10 TV Shows You Need to Be Watching in 2015 - Rolling Stone
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10 TV Shows You Need to Be Watching in 2015

From British gangster thrillers to lone-wolf-cop dramas, these are the series you should be catching up with ASAP

Peaky Blinders and Outlander

Cilian Murphy in 'Peaky Blinders' and Catriona Balfe in 'Outlander.'

Let's face it: We are currently living in the all-you-can-eat-smorgasbord era of TV viewing choices. And as more brand-name players jump into the original-programming game on what feels like a weekly basis (we're assuming that Google, Twitter and Buzzfeed are going to be announcing their own in-house networks any minute now), both the bounty of shows and the burden of keeping up are only going to increase. The upside, of course, is that there are more opportunities for both creative types to get their dream series made and for anyone with a television, a cable subscription and/or an Internet connection to check said series out. The downside is that the abundance of stuff at our fingertips also makes it easier for jaw-dropping, mind-expanding small-screen masterpieces to come and go without so much as a peep.

So while we've got a few moments to catch our breath before April unleashes a tidal wave of must-see TV (new seasons of Louie, Game of Thrones, Orphan Black, Veep and the final seven episodes of Mad Men will all be coming to you in the same freakin' month!), we've signaled out 10 shows you should be watching if you're not already. Some have been around for a little while, some are imports finally making their way to our stateside screens and some are straight out of the box. But all of them are either currently running or readily available to binge-stream from Netflix, HBO Go, Amazon, etc. And most importantly, whether it's a small-town murder mystery, a big-city cop drama, a historical romp or a modern-day character study, every single one of them deserves your attention. Happy viewing.


‘Peaky Blinders’ (Netflix)

Imagine Boardwalk Empire relocated to England and revamped as outright pulp instead of prestige TV, and you'd have something pretty close to Steven Knight's historical gangster drama — the kind of semi-lurid pleasure that screams B picture instead of blockbuster. Based on the exploits of the notorious West Midlands mob of the same name, this Netflix-via-the-BBC crime series follows slim, serpentine boss Tom Shelby (Batman Begins' Cillian Murphy) as he consolidates his hold on the local underworld scene in Birmingham during the 1920s. Hoods in impeccably tailored vintage duds dole out violent beatings as anachronistic garage rock blares over the soundtrack; it's the type of show that will teach you as much about WWI post-traumantic stress disorders as it will about ways to hide razor blades in your newsboy caps. And if you stick around for Season Two, you'll get to watch a lumbersexualized Tom Hardy tell tales of hammering nails into people's noses. That's entertainment, people.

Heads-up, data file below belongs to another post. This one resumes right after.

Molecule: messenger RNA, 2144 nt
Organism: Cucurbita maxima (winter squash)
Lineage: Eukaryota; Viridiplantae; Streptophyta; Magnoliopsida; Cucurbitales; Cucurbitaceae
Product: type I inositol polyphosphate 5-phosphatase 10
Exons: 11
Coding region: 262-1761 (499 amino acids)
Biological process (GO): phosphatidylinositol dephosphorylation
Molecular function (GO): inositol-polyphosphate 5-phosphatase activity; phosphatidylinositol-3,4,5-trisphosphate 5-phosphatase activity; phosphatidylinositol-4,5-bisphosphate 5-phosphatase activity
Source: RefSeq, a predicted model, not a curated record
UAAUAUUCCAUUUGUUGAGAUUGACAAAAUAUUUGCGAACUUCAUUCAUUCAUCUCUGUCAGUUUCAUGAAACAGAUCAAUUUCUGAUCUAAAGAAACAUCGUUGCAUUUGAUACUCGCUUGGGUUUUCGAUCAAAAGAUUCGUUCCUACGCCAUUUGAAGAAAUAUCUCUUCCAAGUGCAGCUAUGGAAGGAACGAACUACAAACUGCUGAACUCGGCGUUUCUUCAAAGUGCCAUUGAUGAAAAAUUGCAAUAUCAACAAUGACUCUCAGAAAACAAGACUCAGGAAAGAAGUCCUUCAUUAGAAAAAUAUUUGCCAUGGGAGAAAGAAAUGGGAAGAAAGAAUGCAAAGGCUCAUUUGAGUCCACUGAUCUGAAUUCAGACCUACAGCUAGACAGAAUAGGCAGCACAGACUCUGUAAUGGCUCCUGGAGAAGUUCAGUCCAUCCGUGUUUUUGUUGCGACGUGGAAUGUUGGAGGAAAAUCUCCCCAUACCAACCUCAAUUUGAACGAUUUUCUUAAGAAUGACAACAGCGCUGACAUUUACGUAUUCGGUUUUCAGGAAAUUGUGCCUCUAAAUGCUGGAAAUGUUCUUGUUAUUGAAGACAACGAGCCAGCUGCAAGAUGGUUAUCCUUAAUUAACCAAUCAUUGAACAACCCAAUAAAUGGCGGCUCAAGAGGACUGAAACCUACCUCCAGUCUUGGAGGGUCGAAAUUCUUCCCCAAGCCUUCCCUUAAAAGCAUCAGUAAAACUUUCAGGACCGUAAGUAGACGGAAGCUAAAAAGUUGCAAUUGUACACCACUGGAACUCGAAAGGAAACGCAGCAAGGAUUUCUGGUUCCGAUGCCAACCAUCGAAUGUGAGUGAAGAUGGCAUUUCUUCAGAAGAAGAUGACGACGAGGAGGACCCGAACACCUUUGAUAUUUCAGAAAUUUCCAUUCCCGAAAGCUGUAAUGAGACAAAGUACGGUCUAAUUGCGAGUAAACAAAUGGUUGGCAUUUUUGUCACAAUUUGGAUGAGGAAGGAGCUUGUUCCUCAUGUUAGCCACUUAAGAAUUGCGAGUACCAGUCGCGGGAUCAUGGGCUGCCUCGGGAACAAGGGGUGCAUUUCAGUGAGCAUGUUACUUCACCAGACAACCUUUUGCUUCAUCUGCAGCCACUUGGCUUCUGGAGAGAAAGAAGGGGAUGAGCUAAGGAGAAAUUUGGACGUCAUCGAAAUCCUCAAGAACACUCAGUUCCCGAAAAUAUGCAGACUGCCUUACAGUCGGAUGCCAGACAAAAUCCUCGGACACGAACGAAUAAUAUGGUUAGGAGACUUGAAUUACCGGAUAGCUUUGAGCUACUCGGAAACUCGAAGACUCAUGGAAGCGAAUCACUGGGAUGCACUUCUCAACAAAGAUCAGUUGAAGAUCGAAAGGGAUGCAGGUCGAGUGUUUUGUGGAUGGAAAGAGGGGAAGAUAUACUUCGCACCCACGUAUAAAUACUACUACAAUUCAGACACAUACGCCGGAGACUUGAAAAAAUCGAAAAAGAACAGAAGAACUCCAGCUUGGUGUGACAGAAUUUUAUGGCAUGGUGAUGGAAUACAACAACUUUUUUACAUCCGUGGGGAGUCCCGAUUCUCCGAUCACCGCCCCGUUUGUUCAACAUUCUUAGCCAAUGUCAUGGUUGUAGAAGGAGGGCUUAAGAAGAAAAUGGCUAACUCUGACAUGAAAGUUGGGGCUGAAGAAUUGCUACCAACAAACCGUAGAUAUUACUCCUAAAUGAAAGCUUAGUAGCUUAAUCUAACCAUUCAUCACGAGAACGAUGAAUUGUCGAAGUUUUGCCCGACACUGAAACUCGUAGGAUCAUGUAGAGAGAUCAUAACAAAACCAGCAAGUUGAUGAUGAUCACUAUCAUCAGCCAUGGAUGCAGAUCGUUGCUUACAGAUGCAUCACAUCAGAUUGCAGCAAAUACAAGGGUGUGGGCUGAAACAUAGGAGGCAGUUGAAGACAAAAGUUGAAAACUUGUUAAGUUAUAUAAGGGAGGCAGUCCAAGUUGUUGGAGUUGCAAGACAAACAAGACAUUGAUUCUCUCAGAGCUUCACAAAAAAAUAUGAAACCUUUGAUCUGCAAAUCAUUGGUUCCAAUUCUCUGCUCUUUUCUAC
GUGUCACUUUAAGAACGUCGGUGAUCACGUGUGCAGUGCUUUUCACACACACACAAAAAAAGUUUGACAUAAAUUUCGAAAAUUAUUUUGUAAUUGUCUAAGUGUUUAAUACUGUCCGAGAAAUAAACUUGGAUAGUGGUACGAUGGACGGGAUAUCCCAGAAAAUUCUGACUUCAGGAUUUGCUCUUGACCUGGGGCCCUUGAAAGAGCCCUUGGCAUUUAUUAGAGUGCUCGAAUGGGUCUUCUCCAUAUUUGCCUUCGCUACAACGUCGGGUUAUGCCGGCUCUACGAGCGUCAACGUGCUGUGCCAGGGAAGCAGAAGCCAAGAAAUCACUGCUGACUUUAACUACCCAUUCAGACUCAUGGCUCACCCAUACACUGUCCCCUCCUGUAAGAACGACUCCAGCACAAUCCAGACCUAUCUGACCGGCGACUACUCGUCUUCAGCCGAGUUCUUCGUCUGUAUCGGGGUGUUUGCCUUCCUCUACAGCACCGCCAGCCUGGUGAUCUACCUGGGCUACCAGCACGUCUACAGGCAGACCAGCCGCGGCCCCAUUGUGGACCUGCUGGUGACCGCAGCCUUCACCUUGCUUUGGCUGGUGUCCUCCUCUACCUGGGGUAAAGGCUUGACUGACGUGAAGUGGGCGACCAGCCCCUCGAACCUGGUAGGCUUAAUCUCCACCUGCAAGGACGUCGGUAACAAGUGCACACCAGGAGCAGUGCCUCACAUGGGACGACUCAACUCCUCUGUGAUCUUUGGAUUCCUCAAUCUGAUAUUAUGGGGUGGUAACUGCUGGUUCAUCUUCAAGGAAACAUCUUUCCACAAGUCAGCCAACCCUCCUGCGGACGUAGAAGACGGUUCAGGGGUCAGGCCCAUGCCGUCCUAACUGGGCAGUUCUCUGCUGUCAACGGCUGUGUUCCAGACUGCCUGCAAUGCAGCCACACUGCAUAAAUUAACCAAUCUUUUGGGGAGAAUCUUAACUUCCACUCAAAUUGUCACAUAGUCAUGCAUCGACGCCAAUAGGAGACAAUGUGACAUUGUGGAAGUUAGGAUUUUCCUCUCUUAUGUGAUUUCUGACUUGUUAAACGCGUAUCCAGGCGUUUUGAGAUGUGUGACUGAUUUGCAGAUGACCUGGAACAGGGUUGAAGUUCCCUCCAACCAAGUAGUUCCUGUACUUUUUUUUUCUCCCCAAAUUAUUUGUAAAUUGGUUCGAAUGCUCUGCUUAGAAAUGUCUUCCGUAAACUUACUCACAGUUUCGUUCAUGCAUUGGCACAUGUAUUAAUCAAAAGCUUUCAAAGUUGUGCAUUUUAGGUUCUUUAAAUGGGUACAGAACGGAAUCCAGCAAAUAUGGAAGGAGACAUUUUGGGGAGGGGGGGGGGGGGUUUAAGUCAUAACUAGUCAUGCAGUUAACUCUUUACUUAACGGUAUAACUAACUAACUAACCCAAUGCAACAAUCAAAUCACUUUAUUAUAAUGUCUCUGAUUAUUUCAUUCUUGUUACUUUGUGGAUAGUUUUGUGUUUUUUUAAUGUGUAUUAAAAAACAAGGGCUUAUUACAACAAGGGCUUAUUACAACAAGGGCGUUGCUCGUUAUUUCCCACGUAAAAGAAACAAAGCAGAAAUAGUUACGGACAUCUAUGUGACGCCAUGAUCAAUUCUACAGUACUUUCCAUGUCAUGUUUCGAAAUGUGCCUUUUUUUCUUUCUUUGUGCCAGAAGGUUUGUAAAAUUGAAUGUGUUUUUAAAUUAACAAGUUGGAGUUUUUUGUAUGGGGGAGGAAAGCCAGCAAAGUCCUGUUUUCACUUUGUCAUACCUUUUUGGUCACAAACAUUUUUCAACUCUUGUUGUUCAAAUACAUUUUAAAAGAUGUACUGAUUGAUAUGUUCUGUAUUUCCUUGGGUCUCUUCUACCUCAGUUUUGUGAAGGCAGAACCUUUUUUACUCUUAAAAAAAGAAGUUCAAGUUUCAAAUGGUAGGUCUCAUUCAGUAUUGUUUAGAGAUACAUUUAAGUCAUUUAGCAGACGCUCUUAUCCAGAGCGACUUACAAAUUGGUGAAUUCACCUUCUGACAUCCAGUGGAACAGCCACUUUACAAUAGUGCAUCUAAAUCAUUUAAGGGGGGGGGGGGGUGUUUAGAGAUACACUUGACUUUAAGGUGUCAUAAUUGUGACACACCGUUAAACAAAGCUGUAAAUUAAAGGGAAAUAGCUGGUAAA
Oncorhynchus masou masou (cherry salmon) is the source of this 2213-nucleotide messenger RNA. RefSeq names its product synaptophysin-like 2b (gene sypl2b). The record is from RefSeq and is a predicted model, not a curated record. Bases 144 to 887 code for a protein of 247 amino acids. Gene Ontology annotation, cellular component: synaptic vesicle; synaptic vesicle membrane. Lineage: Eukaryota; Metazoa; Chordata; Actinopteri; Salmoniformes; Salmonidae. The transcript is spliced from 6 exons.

‘The Returned’ (SundanceTV)

Though A&E is airing its American remake of this award-winning French series — and it's a decent enough cover version, as far as these things go — you're advised to go straight to the original, especially since the whole first season is currently streaming on Netflix. A small town suddenly finds that a number of its deceased denizens have inexplicably returned to life. Some have been deceased for years, others for decades; they aren't ghosts, exactly, nor are they craving brains. These "revenants" simply want to reintegrate back into their old lives, which causes problems for their loved ones who've mourned and moved on, or who've made grieving a huge part of their post-loss identity. This is small-screen existential horror that's both sensitive and skin-crawling, helped immensely by Mogwai's moody score and child actor Swann Nambotin's portrayal of a blank-eyed, back-from-the-dead kid.


‘Togetherness’ (HBO)

You want primo binge-watching fodder? Now that the first season of Mark and Jay Duplass' extraordinary bougie-Angeleno dramedy has just ended its run (on one hell of a cliffhanger, no less), you'll want to rush through the show's inaugural eight episodes in a single sitting. Though the brothers are better known through their acting gigs — Mark is on FX's The League; Jay plays the record-producer brother on Amazon's hit Transparent — they've been fixtures on the indie-filmmaker scene for years, and this look at the agonies and ecstasies of an unhappily married couple with the sort of funny, painful truthbombs that's their stock in trade. Each one of the performances are spot on, though Amanda Peet and co-creator Steve Zissis, respectively playing an immature sister and an immature best friend, jockey for MVP status; the dialogue makes you feel as if you're eavesdropping on a group therapy session (but in a good way). Despite an initial trumpeting of publicity, it felt like this gem of a series came and went without so much as a whimper. Now's you're chance to catch up with it.

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